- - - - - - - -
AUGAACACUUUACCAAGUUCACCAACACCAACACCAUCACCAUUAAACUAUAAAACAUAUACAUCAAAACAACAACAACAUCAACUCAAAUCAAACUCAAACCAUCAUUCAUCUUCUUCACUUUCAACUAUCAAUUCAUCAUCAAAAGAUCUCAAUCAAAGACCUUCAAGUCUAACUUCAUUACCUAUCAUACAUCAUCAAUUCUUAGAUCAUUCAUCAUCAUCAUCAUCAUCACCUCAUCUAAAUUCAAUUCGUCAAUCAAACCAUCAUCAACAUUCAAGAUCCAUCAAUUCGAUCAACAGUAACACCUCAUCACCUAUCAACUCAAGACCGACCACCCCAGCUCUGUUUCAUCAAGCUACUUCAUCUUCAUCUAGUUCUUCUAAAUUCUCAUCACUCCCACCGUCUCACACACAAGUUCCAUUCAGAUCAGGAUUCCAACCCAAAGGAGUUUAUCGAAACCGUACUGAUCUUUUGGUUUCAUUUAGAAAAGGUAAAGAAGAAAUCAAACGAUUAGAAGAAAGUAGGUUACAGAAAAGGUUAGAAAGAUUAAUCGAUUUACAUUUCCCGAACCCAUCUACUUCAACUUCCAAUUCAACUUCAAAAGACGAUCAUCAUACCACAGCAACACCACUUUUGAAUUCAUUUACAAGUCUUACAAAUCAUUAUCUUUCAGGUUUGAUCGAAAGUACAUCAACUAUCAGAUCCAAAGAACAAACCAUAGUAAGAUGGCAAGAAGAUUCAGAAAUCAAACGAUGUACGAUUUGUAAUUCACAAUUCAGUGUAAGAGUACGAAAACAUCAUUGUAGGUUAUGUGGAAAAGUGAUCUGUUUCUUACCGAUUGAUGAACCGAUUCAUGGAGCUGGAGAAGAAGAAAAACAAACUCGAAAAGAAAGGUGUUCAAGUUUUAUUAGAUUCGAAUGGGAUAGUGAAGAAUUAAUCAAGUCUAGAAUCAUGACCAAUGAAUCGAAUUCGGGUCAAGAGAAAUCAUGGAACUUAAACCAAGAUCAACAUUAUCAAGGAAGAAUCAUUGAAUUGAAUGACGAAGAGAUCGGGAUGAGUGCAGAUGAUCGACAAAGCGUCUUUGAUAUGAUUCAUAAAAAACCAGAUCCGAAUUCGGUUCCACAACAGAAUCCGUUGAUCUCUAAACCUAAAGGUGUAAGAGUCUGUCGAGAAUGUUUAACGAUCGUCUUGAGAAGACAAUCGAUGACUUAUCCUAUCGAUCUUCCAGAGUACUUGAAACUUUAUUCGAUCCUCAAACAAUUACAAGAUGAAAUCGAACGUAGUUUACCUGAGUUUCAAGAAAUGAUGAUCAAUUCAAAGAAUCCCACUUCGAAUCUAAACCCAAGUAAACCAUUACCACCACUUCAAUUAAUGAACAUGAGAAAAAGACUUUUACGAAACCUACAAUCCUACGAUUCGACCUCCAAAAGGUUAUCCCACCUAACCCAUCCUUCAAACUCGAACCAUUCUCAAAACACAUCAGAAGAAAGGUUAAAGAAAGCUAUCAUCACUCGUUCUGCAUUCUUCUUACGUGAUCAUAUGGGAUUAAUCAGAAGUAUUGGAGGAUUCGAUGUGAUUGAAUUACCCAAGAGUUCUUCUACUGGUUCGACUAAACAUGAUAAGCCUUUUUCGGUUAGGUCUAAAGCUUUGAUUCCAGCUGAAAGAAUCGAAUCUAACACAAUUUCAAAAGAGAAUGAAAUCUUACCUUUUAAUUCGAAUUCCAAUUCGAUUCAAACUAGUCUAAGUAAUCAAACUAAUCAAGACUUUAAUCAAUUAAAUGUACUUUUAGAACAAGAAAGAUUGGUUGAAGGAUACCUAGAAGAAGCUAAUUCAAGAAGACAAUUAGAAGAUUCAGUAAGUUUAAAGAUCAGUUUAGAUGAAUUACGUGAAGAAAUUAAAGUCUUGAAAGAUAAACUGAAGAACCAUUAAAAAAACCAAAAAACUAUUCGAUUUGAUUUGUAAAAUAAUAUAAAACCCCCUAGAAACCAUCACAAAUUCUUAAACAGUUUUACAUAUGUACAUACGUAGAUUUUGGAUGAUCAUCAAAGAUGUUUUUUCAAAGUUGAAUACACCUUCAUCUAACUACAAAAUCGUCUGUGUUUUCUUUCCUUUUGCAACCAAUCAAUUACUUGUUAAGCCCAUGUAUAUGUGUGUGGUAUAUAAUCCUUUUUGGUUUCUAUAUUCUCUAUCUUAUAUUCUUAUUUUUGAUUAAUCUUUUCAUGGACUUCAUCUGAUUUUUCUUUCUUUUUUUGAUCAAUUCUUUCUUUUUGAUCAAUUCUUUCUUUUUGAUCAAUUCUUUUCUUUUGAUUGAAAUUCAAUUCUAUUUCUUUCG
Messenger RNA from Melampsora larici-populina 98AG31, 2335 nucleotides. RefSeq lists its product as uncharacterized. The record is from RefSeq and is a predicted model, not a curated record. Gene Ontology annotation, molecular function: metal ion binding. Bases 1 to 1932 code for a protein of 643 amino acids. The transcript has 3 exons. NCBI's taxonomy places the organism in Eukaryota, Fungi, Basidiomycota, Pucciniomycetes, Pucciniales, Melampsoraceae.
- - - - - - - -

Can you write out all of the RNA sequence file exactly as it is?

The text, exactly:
AUGAACACUUUACCAAGUUCACCAACACCAACACCAUCACCAUUAAACUAUAAAACAUAUACAUCAAAACAACAACAACAUCAACUCAAAUCAAACUCAAACCAUCAUUCAUCUUCUUCACUUUCAACUAUCAAUUCAUCAUCAAAAGAUCUCAAUCAAAGACCUUCAAGUCUAACUUCAUUACCUAUCAUACAUCAUCAAUUCUUAGAUCAUUCAUCAUCAUCAUCAUCAUCACCUCAUCUAAAUUCAAUUCGUCAAUCAAACCAUCAUCAACAUUCAAGAUCCAUCAAUUCGAUCAACAGUAACACCUCAUCACCUAUCAACUCAAGACCGACCACCCCAGCUCUGUUUCAUCAAGCUACUUCAUCUUCAUCUAGUUCUUCUAAAUUCUCAUCACUCCCACCGUCUCACACACAAGUUCCAUUCAGAUCAGGAUUCCAACCCAAAGGAGUUUAUCGAAACCGUACUGAUCUUUUGGUUUCAUUUAGAAAAGGUAAAGAAGAAAUCAAACGAUUAGAAGAAAGUAGGUUACAGAAAAGGUUAGAAAGAUUAAUCGAUUUACAUUUCCCGAACCCAUCUACUUCAACUUCCAAUUCAACUUCAAAAGACGAUCAUCAUACCACAGCAACACCACUUUUGAAUUCAUUUACAAGUCUUACAAAUCAUUAUCUUUCAGGUUUGAUCGAAAGUACAUCAACUAUCAGAUCCAAAGAACAAACCAUAGUAAGAUGGCAAGAAGAUUCAGAAAUCAAACGAUGUACGAUUUGUAAUUCACAAUUCAGUGUAAGAGUACGAAAACAUCAUUGUAGGUUAUGUGGAAAAGUGAUCUGUUUCUUACCGAUUGAUGAACCGAUUCAUGGAGCUGGAGAAGAAGAAAAACAAACUCGAAAAGAAAGGUGUUCAAGUUUUAUUAGAUUCGAAUGGGAUAGUGAAGAAUUAAUCAAGUCUAGAAUCAUGACCAAUGAAUCGAAUUCGGGUCAAGAGAAAUCAUGGAACUUAAACCAAGAUCAACAUUAUCAAGGAAGAAUCAUUGAAUUGAAUGACGAAGAGAUCGGGAUGAGUGCAGAUGAUCGACAAAGCGUCUUUGAUAUGAUUCAUAAAAAACCAGAUCCGAAUUCGGUUCCACAACAGAAUCCGUUGAUCUCUAAACCUAAAGGUGUAAGAGUCUGUCGAGAAUGUUUAACGAUCGUCUUGAGAAGACAAUCGAUGACUUAUCCUAUCGAUCUUCCAGAGUACUUGAAACUUUAUUCGAUCCUCAAACAAUUACAAGAUGAAAUCGAACGUAGUUUACCUGAGUUUCAAGAAAUGAUGAUCAAUUCAAAGAAUCCCACUUCGAAUCUAAACCCAAGUAAACCAUUACCACCACUUCAAUUAAUGAACAUGAGAAAAAGACUUUUACGAAACCUACAAUCCUACGAUUCGACCUCCAAAAGGUUAUCCCACCUAACCCAUCCUUCAAACUCGAACCAUUCUCAAAACACAUCAGAAGAAAGGUUAAAGAAAGCUAUCAUCACUCGUUCUGCAUUCUUCUUACGUGAUCAUAUGGGAUUAAUCAGAAGUAUUGGAGGAUUCGAUGUGAUUGAAUUACCCAAGAGUUCUUCUACUGGUUCGACUAAACAUGAUAAGCCUUUUUCGGUUAGGUCUAAAGCUUUGAUUCCAGCUGAAAGAAUCGAAUCUAACACAAUUUCAAAAGAGAAUGAAAUCUUACCUUUUAAUUCGAAUUCCAAUUCGAUUCAAACUAGUCUAAGUAAUCAAACUAAUCAAGACUUUAAUCAAUUAAAUGUACUUUUAGAACAAGAAAGAUUGGUUGAAGGAUACCUAGAAGAAGCUAAUUCAAGAAGACAAUUAGAAGAUUCAGUAAGUUUAAAGAUCAGUUUAGAUGAAUUACGUGAAGAAAUUAAAGUCUUGAAAGAUAAACUGAAGAACCAUUAAAAAAACCAAAAAACUAUUCGAUUUGAUUUGUAAAAUAAUAUAAAACCCCCUAGAAACCAUCACAAAUUCUUAAACAGUUUUACAUAUGUACAUACGUAGAUUUUGGAUGAUCAUCAAAGAUGUUUUUUCAAAGUUGAAUACACCUUCAUCUAACUACAAAAUCGUCUGUGUUUUCUUUCCUUUUGCAACCAAUCAAUUACUUGUUAAGCCCAUGUAUAUGUGUGUGGUAUAUAAUCCUUUUUGGUUUCUAUAUUCUCUAUCUUAUAUUCUUAUUUUUGAUUAAUCUUUUCAUGGACUUCAUCUGAUUUUUCUUUCUUUUUUUGAUCAAUUCUUUCUUUUUGAUCAAUUCUUUCUUUUUGAUCAAUUCUUUUCUUUUGAUUGAAAUUCAAUUCUAUUUCUUUCG
Messenger RNA from Melampsora larici-populina 98AG31, 2335 nucleotides. RefSeq lists its product as uncharacterized. The record is from RefSeq and is a predicted model, not a curated record. Gene Ontology annotation, molecular function: metal ion binding. Bases 1 to 1932 code for a protein of 643 amino acids. The transcript has 3 exons. NCBI's taxonomy places the organism in Eukaryota, Fungi, Basidiomycota, Pucciniomycetes, Pucciniales, Melampsoraceae.